The fact is that most of these operational technology devices are not prepared for the cyberthreats they will face once connected. They lack “baked in” security features, they are not designed for automatic updates of prevention controls such as patching vulnerabilities, and their life spans generally exceed the significantly shorter cycles within the IT community (which means they risk outliving the support that could be provided by a much more dynamically changing security community).

So, these IoT devices are important to our national and economic security as well as our public safety because they are vulnerable to disruption, ransom and possibly even destruction. The recent Dyn attack that hijacked enormous amounts of connected, vulnerable devices, like video cameras for example, to overwhelm the bandwidth of major service providers was a wake-up call to many.

IBT: Is there anything government can learn from the private sector and vice versa when it comes to cyber defenses?

Davis: As a retired Major General who spent the last 10 years of his career in cyber organizations, I believe there is much government can learn from the private sector in a couple of important areas.

First, the private sector is leading the movement to cloud—public, private, hybrid and software as a service (SaaS)—and realizing enormous savings in capital expenditure while actually managing risks much more effectively.

Second, many Palo Alto Networks customers, for example, are realizing the power of the automated platform approach and reducing the amount of complexity in their network, endpoint and cloud environments instead of the traditional method of buying isolated point security products, deploying them in their various environments, and then figuring out how to make them work together (which normally means they can’t hire enough people to keep up).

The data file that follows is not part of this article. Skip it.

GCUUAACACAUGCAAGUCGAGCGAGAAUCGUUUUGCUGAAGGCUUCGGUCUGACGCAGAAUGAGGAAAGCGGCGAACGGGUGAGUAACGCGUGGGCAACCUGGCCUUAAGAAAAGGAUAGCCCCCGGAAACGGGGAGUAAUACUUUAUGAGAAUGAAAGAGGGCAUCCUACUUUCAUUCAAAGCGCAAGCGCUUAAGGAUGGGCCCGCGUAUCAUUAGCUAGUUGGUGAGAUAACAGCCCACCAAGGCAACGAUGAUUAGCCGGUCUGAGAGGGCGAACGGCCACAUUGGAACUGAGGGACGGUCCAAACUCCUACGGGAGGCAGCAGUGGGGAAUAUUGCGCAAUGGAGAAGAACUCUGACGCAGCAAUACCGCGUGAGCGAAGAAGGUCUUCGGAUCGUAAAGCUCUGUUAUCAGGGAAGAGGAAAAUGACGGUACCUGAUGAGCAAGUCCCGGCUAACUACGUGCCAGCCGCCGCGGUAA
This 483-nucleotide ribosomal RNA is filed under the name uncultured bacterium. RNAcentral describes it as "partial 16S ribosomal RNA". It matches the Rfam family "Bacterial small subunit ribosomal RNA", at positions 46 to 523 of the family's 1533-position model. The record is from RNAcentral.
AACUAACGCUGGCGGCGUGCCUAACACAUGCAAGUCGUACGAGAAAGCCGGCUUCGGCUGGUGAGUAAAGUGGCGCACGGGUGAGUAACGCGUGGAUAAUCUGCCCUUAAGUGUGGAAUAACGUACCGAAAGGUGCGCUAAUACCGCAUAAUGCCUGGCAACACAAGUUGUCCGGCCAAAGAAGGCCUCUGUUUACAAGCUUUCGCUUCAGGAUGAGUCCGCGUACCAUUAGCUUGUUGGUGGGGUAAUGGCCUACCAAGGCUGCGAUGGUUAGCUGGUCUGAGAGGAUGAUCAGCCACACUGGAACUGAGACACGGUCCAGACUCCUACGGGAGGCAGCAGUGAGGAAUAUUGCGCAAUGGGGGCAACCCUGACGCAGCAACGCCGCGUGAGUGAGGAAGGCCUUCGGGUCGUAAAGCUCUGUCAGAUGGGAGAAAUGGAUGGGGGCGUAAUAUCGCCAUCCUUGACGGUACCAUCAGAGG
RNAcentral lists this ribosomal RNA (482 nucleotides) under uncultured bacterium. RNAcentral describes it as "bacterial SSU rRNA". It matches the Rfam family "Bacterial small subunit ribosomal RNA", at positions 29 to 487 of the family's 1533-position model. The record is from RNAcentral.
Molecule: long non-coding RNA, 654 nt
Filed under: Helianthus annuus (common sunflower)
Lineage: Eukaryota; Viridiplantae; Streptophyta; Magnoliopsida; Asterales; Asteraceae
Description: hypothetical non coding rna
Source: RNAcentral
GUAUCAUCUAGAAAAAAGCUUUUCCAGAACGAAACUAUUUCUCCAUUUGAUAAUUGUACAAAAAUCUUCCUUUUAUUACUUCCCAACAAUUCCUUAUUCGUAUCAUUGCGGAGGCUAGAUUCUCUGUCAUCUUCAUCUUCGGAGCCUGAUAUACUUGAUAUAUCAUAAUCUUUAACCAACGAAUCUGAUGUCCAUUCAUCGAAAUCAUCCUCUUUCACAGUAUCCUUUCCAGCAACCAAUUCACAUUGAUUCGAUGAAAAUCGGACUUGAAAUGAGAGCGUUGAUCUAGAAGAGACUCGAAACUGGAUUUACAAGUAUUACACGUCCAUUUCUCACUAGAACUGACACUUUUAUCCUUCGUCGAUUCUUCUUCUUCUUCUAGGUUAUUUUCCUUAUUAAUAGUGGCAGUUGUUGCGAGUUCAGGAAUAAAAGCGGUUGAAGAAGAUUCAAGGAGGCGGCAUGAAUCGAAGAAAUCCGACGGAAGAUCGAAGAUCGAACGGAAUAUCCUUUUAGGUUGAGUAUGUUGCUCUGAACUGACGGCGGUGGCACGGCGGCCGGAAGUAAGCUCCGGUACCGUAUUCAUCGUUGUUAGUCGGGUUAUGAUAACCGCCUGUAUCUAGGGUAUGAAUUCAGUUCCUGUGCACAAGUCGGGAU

As an example of the latter, there are still organizations that continue to believe that having hundreds of independent point solutions in their environment means “defense in depth.” I would argue that it actually only means “vendor in defense” and only increases complexity and creates the need for more resources.

There is also much that the private sector can learn from government. One of the most important things is the notion that cybersecurity is not an issue to be handed off to the technical community to handle.  It is, in military terms, “Commanders’ business” and must involve senior level decision making. This is because of several factors that have emerged over that past decade or so.

The cyberthreat has grown in scale, scope, sophistication and impact. The threat no longer only impacts our ability to get to our online banking, or the loss of our personal information. It now represents a threat to our national and economic security as well as our public safety. As as result, what is happening at the technical level no longer stays at that level because it now impacts the organization overall, including its ability to perform its most vital tasks.

The balance between opportunity and risk has traditionally heavily favored opportunity in the IT world. This balance began to change first in government because of its understanding of changes in the cyberthreat environment. The private sector is now embracing this need for a change in the balance between opportunity and risk, and can learn from the many lessons that government has already experienced in this regard.